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The difficult challenge of media alignment

Viewers are not the customer of the TV networks—advertisers are.

For a long time, those two groups had similar goals, though. Advertisers wanted lots of viewers and viewers wanted shows that lots of them wanted to watch. So the TV networks used ratings as a proxy for advertiser happiness and there wasn't much of a problem.

The same thing was true for newspapers. More local readers meant local advertisers were happy.

Both newspapers and TV networks suffer when mass starts to disappear. Viewers seek out what they want to watch, as opposed to what the masses want, and advertisers are left to scramble for eyeballs.

HBO turns this upside down. The viewers ARE the customer. HBO can program with confidence, because there's no question about who they are working for.

Search engine advertising works because the search engine knows the searcher is going to leave the site no matter what. They don't care if you leave to click on an organic link or a paid one, as long as you come back often. And the advertiser is paying by the click, so he cares about having the right people click, not everyone. Fairly aligned goals among all three parties.

Which leads to the conundrum faced by Twitter as they try to monetize sufficiently to justify the expectations of their investors.

If they relentlessly sell the attention of their users, they will have a misalignment as they maximize profit. The advertisers will want ever more attention, and the users will want to avoid those interruptions the advertisers are paying for. Tension will keep rising as users feel trapped by a medium with few substitutes that begins to charge an ever higher tax in the form of attention wasted.

My suggestion: Twitter has the opportunity to become extraordinarily aligned with their best users. Offer the top users the opportunity to pay $10 a month. For that fee, they can get an ever-growing list of features, including analytics, verification, 160 characters, who knows…

10,000,000 users choosing to pay $10 a month means that the service turns a profit (!) of more than a billion dollars a year. And because the company is in alignment with their most powerful and evangelical users, that number grows over time. Every decision proposed will have to answer just one question: what makes our users happier?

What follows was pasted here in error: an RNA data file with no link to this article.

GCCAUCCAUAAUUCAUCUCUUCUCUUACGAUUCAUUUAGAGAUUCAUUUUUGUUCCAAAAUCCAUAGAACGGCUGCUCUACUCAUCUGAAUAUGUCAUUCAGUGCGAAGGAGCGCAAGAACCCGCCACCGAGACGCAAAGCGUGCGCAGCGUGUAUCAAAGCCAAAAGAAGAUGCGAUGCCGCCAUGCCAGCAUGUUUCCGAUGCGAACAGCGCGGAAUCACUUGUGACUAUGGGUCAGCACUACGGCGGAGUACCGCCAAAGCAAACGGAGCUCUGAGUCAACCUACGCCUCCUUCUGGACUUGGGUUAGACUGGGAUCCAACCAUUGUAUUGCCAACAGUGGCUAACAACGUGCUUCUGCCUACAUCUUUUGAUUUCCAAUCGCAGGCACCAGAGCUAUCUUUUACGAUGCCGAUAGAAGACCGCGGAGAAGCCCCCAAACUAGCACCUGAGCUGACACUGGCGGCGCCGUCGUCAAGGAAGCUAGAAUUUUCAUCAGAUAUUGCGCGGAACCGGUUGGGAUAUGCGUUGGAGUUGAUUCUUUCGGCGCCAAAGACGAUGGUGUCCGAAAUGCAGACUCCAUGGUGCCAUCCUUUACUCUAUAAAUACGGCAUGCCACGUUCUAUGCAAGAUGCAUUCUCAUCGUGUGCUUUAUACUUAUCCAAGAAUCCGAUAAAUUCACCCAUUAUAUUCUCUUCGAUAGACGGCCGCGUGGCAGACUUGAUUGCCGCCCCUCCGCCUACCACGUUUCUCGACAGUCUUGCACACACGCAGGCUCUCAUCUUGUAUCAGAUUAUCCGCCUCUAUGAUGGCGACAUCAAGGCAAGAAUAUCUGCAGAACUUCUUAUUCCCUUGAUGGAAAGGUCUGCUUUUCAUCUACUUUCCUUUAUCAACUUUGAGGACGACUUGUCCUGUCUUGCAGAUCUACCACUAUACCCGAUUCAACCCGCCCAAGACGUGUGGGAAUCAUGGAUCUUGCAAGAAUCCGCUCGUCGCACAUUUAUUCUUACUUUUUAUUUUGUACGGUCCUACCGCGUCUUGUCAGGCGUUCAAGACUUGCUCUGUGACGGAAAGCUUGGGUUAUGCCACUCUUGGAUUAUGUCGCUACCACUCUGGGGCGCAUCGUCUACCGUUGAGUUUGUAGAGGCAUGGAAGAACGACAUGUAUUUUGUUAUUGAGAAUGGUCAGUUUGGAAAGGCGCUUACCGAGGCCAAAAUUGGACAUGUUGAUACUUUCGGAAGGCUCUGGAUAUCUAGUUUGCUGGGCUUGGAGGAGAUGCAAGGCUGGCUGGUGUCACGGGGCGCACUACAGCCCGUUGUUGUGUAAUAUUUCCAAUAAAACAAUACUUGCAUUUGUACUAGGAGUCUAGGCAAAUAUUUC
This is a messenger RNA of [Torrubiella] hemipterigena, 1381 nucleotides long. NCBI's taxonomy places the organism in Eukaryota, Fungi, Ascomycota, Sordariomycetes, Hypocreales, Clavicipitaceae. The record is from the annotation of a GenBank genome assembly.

Free is a great idea, until free leads to a conflict between those contributing attention and those contributing cash.

This or that?

Don’t follow, lead.
Don’t copy, create.
Don’t start, finish.

or even,

Don't sit still, move.
Don't fit in, stand out.
Don't sit quietly, speak up.

Not all the time, sure, but more often.

“But first I’ll try to make you feel really bad”

Here's one strategy for handling returns from unhappy customers:

Let them know you don't accept returns. Explain that it must be a user error. Explain that the customer must have lacked care or intelligence or ethics. Explain that you're willing to accept a return, but just this one time. And finally, explain that you're now going to put the person on a list, and you'll never sell to him ever again.

Do all this in one continuous statement, without pausing for a response.

This has happened to me more than once.

What puzzles me is this: if you're going to give the customer a refund, why not make them delighted by the process? Why not create an aura of goodwill? At the very least, both of you will have a better day. Even better, perhaps one day someone will mention your company to this former customer–I wonder what he'll say?

One tip: if you say your meta-goal out loud (or jot it down) before you start an interaction, you're more likely to consistently create the outcome you seek, not the one you hyperventilate yourself into.

It’s a long story

Isn't it always?

Actually, the long stories are the good ones. About how you found that great job, or discovered this amazing partner or managed to get that innovation approved.

If long stories are so great, how come we spend all our lives working for the short ones? The very act of seeking out the shortcut and the quick win might very well be the reason you don't have enough successful long stories to share.